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Toyota Yaris 2021 review

The all-new Yaris is back to win over another generation of first-time car buyers.
EXPERT RATING
7.8
The Yaris has long been synonymous with first-time car buyers, packing the best of Toyota into the tiniest of packages. And this new one is no different, with the brand's latest safety features, in-cabin technology and hybrid know-how all present and accounted for. The only question, then, is can those first-time buyers still afford it?

Have you ever heard the saying you can’t get something for nothing? It could have been written about this all-new, fourth-generation Yaris.

It’s bigger, far safer and more feature-filled than the ageing city car it replaces. It introduces hybrid powertrains for the first time, debuts safety systems never before seen in a city car, and rolls-out the long-awaited cabin technology that the last Yaris sorely missed.

 All of which is good news? The not so good news? You will be paying handsomely for all those changes. Yes, the new Yaris marks the end of the sub-$20k Toyota. And it ends it by some margin.

So does the value proposition still stack up? Or are you better off taking the never-smaller step up to the bigger Corolla.  Join us as we find out.

Does it represent good value for the price? What features does it come with?   6/10

Let’s get the tough stuff out of the way first: the new Yaris arrives in three trim levels - the Ascent Sport, SX and ZR - with the cheapest, manual-equipped vehicle costing $22,130, stretching to $32,100 for the most expensive, hybrid-powered ZR.

That marks an entry-point increase of almost $7000, with the former model’s cheapest offering being the $15,390 Ascent Manual - a price increase of more than 40 per cent.

An even tougher pill to swallow? The cheapest Corolla is the manual-equipped Ascent Sport, yours for $23,895 ($1765 more than the entry-level Yaris), and if hybrid is your bag, you can opt for the $27,395 Ascent Sport Hybrid - which means you can get an electrified Corolla for less money than an electrified Yaris. 

The new Yaris arrives in three trim levels - the Ascent Sport, SX and ZR. The new Yaris arrives in three trim levels - the Ascent Sport, SX and ZR.

Anyway, let's unpack. The Yaris range kicks off with the Ascent Sport, which can be had with a manual transmission ($22,130), or with a CVT automatic $23,630.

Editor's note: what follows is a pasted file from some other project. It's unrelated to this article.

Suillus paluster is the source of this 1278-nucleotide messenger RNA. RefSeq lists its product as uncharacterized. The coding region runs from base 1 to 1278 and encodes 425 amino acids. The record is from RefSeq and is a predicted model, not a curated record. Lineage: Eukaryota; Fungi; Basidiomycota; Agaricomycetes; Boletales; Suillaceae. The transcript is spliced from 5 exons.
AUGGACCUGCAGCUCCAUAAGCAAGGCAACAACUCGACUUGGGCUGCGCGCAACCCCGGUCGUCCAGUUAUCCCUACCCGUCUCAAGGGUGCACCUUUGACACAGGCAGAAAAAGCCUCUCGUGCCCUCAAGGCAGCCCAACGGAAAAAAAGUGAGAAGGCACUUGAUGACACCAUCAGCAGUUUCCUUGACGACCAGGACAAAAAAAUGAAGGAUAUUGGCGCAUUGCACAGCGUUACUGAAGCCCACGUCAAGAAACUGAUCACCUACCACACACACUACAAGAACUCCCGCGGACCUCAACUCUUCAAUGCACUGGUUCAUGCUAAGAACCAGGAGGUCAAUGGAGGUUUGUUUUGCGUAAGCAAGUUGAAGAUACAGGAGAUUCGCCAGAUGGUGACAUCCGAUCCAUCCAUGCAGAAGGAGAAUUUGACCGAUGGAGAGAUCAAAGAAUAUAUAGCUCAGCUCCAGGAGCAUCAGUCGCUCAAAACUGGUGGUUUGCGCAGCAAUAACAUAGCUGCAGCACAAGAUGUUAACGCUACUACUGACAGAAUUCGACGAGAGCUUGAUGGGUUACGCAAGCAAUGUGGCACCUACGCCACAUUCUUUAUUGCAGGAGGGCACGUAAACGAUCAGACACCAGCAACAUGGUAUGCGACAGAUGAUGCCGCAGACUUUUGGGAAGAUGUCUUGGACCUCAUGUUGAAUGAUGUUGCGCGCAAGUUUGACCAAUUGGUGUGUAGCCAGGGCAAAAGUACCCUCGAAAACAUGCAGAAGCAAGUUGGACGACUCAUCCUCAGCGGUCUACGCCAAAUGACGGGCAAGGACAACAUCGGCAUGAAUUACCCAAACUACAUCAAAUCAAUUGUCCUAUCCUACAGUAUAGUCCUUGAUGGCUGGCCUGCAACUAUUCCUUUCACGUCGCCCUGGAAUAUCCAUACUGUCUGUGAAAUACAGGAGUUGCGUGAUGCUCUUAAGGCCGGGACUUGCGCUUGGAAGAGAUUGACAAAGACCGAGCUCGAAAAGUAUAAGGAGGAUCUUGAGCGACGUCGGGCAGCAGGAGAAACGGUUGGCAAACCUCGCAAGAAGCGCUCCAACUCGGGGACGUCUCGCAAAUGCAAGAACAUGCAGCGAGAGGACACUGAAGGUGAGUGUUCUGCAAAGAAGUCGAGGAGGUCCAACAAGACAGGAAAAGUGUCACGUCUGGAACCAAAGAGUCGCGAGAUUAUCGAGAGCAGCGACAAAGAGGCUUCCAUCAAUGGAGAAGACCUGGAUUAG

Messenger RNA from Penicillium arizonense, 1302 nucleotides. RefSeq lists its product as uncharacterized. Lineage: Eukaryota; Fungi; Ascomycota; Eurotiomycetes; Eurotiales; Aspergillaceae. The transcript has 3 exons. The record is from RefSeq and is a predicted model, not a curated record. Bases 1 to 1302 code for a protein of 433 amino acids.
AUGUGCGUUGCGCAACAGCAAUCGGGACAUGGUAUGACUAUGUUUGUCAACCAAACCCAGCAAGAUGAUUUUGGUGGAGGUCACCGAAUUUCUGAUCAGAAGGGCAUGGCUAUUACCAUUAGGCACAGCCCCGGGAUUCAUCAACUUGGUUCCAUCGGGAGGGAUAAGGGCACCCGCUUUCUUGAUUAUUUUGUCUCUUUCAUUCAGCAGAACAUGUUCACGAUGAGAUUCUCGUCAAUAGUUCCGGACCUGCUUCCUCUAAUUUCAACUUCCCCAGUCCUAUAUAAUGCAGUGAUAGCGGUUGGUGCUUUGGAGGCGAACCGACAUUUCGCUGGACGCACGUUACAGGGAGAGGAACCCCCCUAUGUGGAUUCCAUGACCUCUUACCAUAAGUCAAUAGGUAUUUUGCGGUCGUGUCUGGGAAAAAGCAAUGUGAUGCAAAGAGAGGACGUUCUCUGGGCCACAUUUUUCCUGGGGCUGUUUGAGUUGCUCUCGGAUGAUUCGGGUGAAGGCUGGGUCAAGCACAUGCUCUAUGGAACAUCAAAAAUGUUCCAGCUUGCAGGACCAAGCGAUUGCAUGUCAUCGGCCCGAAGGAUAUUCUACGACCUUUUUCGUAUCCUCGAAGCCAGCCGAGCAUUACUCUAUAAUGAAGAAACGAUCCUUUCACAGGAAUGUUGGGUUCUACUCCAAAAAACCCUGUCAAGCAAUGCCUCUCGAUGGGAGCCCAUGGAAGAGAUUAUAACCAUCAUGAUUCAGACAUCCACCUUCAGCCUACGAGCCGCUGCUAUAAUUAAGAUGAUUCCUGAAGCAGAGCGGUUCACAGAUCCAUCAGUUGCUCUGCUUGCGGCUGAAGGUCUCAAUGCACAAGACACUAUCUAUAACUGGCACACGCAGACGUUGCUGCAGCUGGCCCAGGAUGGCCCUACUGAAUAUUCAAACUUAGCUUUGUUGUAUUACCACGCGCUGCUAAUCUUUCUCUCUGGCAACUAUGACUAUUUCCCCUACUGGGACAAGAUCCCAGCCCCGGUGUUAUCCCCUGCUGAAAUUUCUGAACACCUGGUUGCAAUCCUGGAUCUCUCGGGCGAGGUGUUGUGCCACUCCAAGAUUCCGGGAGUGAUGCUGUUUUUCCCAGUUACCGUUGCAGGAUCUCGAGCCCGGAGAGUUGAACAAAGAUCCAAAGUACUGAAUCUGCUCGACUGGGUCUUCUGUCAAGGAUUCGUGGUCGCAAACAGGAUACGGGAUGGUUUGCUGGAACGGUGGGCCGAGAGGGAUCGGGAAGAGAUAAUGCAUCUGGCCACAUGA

Outside, you get 15-inch steel wheels, halogen headlamps, LED DRLs and tail lights and rear fog lamps. Inside, you'll find fabric seats, manual air-con, a USB charge point and a 12v power outlet.

On the tech front, you'll find a 7.0-inch touchscreen inside with Apple CarPlay and Android Auto, as well as a smaller 4.2-inch driver info screen. You'll also get a six-speaker stereo and DAB+ radio.

The 7.0-inch touchscreen features Apple CarPlay and Android Auto. (SX Hybrid variant pictured) The 7.0-inch touchscreen features Apple CarPlay and Android Auto. (SX Hybrid variant pictured)

But it's on the safety front where the tiny Yaris really shines, with the brand boldly declaring it the world's safest city car. But we'll circle back to that under the Safety sub-heading.

The range then steps up to the SX, which can be had with the conventional petrol ($27,020), or with a hybrid powertrain ($29,020), which adds a lithium-ion battery and electric motor. The new hybrid system includes a pure EV driving mode, but Toyota is thus far unable to confirm now many electric-only kilometres it will deliver.

That extra spend also buys you navigation with live traffic, auto air-con, keyless entry and push-button start, a digital speedo, tachometer and hybrid use gauge, as well as a leather-accented wheel and better cabin materials. Outside, you get 15-inch alloys, LED headlights, privacy glass and silver exterior design elements.